Wheelchair Accessible Home in Chandler, AZ for Under $300K !!

Looking for A Beautiful Accessible Home in Chandler Arizona?


What makes this home Accessible?

  • Zero Grade Threshold at Entry
  • Roll-In Shower
  • Hard Floors (Tile)
  • Grab Bars
  • Raised Commode
  • Expanded Turning Radius in Bathroom
  • Exterior Curb Cuts
  • Wider Doors and Hallways
  • No Interior steps


This 4 bedroom, 3 bathroom is spacious at over 2600 square feet! Additionally,  the home sits on a a one-third acre cul-de-sac lot, for great outdoor enjoyment.

Very low HOA fees (under $300/year) and easy access to main roads and freeways, make this home a must see.

This single story home has upgrades throughout – bay window in the living room, kitchen island and pantry, sky lights, plant and pot shelves, upgraded appliances, and enormous 32′ x 12′ covered patio for the entertainer in you. Also: oversize RV gate and tall cover for your outdoors toys.


I f you would like to see this home, give me a call at (480) 980-8877 today.

What This Real Estate Agent Might Not Do For You

Dear Client,

We sat down and talked about the services that I can provide to assist you with your upcoming real estate transactions; but it appears that you’re unclear as to what this Real Estate Agent ISN’T:

  1. I am not a CPA, an IRS agent, or your tax advisor. There are usually tax consequences for the choices we make when buying a home. Or, at the least, financial implications of those choices. Is my money doing better if I buy as a cash buyer? Maybe. Should I finance? Maybe. It may depend on what other things your money does while you’re asleep. Is this or that deductible? Your CPA should know, I don’t read IRS Publications for a living. We should both be worried about what I don’t know in this area.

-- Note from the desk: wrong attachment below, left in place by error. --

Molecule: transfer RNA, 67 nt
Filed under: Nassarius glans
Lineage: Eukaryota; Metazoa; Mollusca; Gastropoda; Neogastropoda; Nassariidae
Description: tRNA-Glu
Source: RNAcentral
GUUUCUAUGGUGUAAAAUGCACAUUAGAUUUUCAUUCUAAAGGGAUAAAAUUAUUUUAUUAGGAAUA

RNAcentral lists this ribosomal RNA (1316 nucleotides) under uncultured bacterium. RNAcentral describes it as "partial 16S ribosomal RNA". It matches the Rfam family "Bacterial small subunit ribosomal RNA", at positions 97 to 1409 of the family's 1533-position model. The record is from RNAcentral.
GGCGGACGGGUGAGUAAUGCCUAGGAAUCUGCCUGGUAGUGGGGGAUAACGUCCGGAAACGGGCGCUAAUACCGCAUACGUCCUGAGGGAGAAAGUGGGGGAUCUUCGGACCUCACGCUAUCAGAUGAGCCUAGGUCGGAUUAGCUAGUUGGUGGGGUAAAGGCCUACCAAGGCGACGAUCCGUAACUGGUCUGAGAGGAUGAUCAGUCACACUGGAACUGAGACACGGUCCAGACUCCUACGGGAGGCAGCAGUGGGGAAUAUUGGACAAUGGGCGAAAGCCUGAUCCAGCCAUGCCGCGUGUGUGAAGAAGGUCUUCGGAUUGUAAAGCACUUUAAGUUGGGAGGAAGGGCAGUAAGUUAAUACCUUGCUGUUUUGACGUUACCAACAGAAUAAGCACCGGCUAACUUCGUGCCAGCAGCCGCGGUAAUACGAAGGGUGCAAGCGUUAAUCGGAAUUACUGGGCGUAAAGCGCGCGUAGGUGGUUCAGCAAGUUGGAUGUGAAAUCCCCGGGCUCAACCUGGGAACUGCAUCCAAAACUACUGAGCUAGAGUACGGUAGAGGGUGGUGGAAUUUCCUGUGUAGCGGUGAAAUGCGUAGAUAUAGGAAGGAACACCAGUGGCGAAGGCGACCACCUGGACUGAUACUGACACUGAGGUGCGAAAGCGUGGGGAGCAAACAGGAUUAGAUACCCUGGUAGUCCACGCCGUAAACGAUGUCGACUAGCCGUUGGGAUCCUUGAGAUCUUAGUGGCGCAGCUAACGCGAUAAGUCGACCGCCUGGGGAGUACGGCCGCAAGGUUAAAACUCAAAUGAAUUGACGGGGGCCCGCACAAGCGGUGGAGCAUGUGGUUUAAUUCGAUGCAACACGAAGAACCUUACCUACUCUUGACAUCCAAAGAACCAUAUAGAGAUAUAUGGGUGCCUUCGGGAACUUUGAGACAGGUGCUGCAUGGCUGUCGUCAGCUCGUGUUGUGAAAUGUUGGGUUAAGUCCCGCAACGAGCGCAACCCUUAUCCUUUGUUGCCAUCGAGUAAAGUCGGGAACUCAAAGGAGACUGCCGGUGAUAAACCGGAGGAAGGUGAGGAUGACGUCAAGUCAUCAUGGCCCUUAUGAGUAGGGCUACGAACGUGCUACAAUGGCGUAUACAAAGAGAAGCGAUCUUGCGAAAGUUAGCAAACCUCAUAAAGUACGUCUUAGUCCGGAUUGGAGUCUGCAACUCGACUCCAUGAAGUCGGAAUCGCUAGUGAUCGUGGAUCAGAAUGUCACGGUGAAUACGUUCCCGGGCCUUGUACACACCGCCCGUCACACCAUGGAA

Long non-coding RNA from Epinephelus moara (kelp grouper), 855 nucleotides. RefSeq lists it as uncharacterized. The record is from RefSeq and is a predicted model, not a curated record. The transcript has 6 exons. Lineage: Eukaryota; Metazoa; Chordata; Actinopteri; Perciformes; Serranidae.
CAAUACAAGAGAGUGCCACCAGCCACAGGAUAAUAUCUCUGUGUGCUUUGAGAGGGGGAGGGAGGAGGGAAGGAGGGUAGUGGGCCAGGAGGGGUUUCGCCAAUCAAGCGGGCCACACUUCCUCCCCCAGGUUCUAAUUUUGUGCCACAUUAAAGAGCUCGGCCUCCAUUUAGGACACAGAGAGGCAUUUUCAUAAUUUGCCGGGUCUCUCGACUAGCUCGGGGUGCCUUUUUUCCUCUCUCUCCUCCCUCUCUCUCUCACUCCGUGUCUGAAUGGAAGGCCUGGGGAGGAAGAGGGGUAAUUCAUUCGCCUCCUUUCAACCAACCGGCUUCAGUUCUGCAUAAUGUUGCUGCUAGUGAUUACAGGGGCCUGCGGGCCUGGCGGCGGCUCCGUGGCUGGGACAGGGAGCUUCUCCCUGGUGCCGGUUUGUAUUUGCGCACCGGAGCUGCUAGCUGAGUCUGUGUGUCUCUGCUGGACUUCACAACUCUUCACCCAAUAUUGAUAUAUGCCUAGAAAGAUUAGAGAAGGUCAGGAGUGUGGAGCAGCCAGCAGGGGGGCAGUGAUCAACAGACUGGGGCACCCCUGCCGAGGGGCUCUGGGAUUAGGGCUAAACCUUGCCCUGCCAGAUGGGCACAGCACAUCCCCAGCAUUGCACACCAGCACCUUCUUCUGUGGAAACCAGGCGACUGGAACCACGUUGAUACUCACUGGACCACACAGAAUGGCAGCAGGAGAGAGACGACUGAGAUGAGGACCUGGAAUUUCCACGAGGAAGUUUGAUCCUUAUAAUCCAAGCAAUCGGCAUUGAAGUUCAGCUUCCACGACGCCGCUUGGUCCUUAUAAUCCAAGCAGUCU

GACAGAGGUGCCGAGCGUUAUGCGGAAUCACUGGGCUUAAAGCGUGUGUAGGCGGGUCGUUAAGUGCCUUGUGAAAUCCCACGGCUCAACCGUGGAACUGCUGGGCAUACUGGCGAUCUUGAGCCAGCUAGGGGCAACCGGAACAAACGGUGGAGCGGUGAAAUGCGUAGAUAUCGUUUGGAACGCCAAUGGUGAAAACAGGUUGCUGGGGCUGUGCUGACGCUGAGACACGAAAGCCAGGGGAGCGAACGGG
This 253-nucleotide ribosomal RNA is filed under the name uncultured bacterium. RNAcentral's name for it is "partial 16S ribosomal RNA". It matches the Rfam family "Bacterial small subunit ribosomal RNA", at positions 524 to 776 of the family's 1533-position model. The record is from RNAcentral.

2. I am not a home inspector. In my decade plus of real estate, I’ve been in thousands of homes more than you have. That doesn’t mean I can or should interpret why that appliance doesn’t work, what that water stain means, or whether that smudge is mold or not. Here’s the contact information for a number of home inspectors that I’ve used and rely on. No, they’re not free, but they have training and licensing I don’t. My guesses aren’t what you need.
  3. I am not a Prophet or Prognosticator. Edgar Cayce passed away in 1945, but you can try him anyway. Apparently that was his thing. Will prices and home valuations go up or down in the next decade that you said you plan to own the home? Yes, they will go up or down. Remember the recent “housing bubble” that even the experts misunderstood at the time? I’m not an economist, either (thank goodness). I’d love to paint you a rosie picture. But I’m not a painter either.
  4. I am not a School District Administrator. Although I’m a parent too, I can’t influence the hiring of teachers or the establishment of school curriculum. I know that the choice of school district is important to you. Do you still have the online links to school grading and evaluations that I gave you? No? I’ll resend. My personal experiences with School District A are just that. Personal.